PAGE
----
IBM, Carnegie Mellon University partner on smart building tech

IBM, Carnegie Mellon partner on smart building analytics

Carnegie Mellon University recently partnered with IBM to pioneer use of a new cloud-based analytics system for reducing energy and facility operating costs.

CMU’s Pittsburgh campus will use IBM Building Management Center technology, delivered  via the IBM SoftLayer cloud, to monitor thousands of data points from building automation and control systems. The system, prebuilt and delivered as a service, is capable of diagnosing energy management problems and can “proactively trigger corrective actions,” according to the announcement.

Although elevators, HVAC, lighting and alarms constantly report data across building networks, most organizations do not use the data to monitor overall building performance or identify trends in building use. With the use of the smart building technology, the university expects to reduce energy and facility operation costs to the tune of about $2 million or 10 percent on utilities a year, the partners said.

The Smarter City management tool features a dashboard that can be tailored for specific tasks and alerts.  The dashboard also provides graphs and energy consumption levels for real-time data gathering and analysis.  

"On its own, the deployment of this technology will drive significant energy and operational savings with a very attractive return on investment,” said Donald Coffelt, associate vice president for CMU’s Facilities Management Services.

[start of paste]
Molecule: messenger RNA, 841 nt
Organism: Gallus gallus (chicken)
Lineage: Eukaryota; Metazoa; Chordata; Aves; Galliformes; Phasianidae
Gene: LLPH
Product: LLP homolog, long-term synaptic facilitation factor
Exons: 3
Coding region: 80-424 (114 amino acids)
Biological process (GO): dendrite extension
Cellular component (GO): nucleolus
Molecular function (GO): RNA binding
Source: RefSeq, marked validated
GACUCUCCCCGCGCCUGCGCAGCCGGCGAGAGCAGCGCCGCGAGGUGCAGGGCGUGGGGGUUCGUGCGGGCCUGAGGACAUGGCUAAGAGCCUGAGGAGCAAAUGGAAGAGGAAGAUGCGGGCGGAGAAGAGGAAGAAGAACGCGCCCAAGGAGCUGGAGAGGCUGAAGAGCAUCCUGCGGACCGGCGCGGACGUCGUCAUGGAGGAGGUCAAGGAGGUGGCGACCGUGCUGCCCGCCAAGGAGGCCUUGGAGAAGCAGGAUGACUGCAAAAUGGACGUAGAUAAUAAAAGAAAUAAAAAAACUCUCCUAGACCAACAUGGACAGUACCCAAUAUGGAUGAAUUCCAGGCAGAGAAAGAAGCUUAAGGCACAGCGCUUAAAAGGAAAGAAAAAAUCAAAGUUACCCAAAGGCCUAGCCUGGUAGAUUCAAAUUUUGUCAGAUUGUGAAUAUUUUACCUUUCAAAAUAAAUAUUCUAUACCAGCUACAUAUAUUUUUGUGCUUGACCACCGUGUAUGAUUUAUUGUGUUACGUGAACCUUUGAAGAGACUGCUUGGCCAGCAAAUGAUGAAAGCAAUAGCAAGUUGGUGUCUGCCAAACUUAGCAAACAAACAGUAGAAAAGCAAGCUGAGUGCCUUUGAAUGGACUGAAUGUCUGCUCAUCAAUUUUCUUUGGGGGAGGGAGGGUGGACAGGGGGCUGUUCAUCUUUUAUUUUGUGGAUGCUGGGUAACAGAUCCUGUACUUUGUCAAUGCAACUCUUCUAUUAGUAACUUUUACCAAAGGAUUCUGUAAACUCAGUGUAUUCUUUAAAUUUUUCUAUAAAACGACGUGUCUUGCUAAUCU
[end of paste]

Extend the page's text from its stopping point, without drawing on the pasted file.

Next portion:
"This technology offers us important gains in initiatives related to advanced infrastructure systems research, the Pittsburgh 2030 initiative and a more proactive building and infrastructure management model," he added.

While not all of CMU’s buildings will be outfitted initially with IBM’s solution, nine will be piloted, and then the technology will be extended to 36 buildings across the campus.  The initial application of the Building Management Center will focus on HVAC systems and later will extend to lighting, water and other utilities. 

IBM said the building analysis system is the latest in a series of cloud-based Smarter Cities management centers the company plans that will include transportation, water and emergency management. They will be designed to help organizations  “begin using their own data for new insight and improved decision making." said IBM Smarter Cities general manager Michael Dixon.

"The Building Management Center is designed for both public and private sector buildings and campuses of all sizes. It delivers a new level of understanding of building assets and energy usage with unprecedented flexibility." Carnegie Mellon expects full implementation of IBM’s solution in three years.

About the Author

Mark Pomerleau is a former editorial fellow with GCN and Defense Systems.

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